- PGY6 (Fellow)
- Residency Program: McGill University
- Supervisors: Dr. Peter Metrakos,
Eve Simoneau completed medical school at McGill University in 2010, after which she started a residency in General Surgery also at McGill University. During her residency, she dedicated close to three years of additional training in research under the supervision of Dr Peter Metrakos to become a surgeon scientist. She obtained a PhD in Experimental Surgery, during which she was awarded a competitive grant from the Quebec Health Sciences Research Fund. During these years, she had the opportunity to present numerous times at international meetings, to get involved in international research collaborations and she co-authored multiple manuscripts including a recent publication in Nature Medicine. As of August 2017, she has started fellowship training in Hepatobiliary Surgery at MD Anderson Cancer Center in Houston, Texas.
Colorectal cancer constitutes a major disease burden in Western society and most patients will die with metastatic disease to the liver. Surgical resection of liver metastasis provides superior survival advantage compared to conservative treatment modalities such as systemic chemotherapy but unfortunately, the majority of patients presents with unresectable disease. Preoperative portal vein embolization is a method that can be used to convert initially unresectable patients to a resectable state but in some patients, this procedure has been associated with tumor progression in the preoperative period.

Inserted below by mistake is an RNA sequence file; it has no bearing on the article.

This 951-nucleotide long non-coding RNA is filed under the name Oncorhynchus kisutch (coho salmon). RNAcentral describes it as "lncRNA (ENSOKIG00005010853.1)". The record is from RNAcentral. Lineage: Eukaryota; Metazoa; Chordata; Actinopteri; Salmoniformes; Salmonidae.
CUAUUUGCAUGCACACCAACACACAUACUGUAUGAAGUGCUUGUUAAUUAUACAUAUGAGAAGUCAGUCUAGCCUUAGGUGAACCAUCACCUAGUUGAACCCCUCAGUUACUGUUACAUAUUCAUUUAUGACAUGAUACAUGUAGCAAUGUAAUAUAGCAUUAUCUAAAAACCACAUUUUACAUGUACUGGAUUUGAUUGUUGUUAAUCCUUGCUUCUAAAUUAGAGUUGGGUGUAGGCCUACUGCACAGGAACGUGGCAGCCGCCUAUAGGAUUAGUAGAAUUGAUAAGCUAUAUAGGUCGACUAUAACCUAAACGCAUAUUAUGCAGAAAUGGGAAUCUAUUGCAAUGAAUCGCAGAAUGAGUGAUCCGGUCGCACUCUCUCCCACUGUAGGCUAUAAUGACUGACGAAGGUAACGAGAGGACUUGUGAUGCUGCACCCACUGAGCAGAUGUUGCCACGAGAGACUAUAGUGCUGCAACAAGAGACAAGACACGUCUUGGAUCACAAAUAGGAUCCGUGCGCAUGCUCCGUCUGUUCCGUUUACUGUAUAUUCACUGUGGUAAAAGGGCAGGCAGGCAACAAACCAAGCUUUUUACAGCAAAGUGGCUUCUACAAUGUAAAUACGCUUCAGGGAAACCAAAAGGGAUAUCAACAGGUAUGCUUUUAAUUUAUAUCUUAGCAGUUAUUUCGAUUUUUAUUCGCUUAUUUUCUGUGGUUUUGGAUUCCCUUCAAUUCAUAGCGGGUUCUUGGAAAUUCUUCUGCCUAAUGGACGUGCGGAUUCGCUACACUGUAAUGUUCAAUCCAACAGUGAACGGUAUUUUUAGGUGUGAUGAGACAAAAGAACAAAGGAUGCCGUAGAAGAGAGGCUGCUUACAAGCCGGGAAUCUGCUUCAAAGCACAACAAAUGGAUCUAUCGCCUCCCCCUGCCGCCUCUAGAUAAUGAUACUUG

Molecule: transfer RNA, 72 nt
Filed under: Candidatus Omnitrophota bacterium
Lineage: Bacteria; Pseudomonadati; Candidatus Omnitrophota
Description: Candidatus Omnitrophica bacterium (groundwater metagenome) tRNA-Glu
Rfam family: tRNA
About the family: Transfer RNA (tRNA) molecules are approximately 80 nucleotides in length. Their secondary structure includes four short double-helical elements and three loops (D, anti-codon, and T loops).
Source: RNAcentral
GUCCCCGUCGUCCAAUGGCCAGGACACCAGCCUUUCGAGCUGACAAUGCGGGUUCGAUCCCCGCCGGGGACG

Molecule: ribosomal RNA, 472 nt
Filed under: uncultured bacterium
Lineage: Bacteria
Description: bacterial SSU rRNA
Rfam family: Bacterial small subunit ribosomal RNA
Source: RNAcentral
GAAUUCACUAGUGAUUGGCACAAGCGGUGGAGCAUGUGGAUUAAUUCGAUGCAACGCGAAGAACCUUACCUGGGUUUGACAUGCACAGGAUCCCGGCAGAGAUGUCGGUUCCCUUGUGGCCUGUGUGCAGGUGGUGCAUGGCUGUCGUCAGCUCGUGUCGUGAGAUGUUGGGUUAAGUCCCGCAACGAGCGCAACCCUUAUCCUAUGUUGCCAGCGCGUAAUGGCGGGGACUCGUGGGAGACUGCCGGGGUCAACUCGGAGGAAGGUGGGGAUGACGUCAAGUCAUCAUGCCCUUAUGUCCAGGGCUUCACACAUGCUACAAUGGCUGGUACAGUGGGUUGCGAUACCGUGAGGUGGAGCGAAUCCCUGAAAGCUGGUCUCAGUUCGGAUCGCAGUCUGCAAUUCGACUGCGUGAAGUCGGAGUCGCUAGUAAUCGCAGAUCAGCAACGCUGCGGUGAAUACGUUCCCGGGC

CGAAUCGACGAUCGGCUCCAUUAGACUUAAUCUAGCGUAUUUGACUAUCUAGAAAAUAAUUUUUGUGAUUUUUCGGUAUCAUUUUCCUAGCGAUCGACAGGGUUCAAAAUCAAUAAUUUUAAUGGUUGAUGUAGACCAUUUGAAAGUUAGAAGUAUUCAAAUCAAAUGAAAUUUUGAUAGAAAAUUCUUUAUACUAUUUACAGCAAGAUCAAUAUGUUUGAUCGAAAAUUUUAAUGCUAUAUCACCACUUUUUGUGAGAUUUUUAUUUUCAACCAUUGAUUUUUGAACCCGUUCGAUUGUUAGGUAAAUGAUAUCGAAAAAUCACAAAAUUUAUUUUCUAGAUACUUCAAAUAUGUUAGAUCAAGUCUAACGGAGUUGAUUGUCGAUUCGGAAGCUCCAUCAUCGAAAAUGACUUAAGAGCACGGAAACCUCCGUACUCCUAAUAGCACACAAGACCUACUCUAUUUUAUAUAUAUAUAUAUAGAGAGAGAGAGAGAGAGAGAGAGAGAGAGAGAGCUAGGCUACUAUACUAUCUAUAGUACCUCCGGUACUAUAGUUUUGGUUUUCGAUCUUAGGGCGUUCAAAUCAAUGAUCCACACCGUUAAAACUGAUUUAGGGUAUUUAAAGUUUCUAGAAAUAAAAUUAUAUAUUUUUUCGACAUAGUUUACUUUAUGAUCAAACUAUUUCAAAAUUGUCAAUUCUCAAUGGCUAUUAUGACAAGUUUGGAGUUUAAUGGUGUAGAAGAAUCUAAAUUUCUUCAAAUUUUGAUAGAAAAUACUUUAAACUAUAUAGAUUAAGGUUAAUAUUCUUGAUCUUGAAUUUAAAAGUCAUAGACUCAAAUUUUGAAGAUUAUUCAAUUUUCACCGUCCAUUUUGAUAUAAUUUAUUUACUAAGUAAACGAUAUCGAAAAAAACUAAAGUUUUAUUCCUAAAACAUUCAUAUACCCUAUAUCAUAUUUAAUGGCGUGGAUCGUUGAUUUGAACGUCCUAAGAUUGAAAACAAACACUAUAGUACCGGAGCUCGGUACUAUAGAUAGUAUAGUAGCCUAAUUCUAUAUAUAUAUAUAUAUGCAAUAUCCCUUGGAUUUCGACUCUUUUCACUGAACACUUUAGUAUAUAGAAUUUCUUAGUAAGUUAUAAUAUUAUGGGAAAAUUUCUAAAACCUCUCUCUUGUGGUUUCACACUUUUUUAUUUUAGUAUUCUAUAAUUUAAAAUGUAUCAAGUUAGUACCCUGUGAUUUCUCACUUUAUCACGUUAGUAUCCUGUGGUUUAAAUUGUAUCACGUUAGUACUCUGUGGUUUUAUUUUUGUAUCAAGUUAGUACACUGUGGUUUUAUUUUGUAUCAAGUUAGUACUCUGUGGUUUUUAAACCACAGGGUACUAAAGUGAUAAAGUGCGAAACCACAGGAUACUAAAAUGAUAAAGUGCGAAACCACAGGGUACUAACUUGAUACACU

Eve’s work presented evidence that radiological tumor progression occurs in a large proportion of patients undergoing portal vein embolization, and that this affects the resectability rate of patients. Her results also show that tumor progression after portal vein embolization is closely associated to the extent of neoadjuvant chemotherapy response. Since tumor control in the preoperative setting is crucial to ensure resectability and superior outcomes, she also aimed to investigate the response to neoadjuvant chemotherapy. She and her collaborators provided evidence that response to chemotherapy, in particular to anti-angiogenic therapy, is mediated by different histological growth patterns of the liver metastasis (desmoplastic and replacement). The team also demonstrated that the histological patterns utilize different tumor vascularization processes, which explain resistance to anti-angiogenic therapy. Finally her research showed that these distinct histological growth patterns seem to determine colorectal cancer liver metastasis progression observed after portal vein embolization.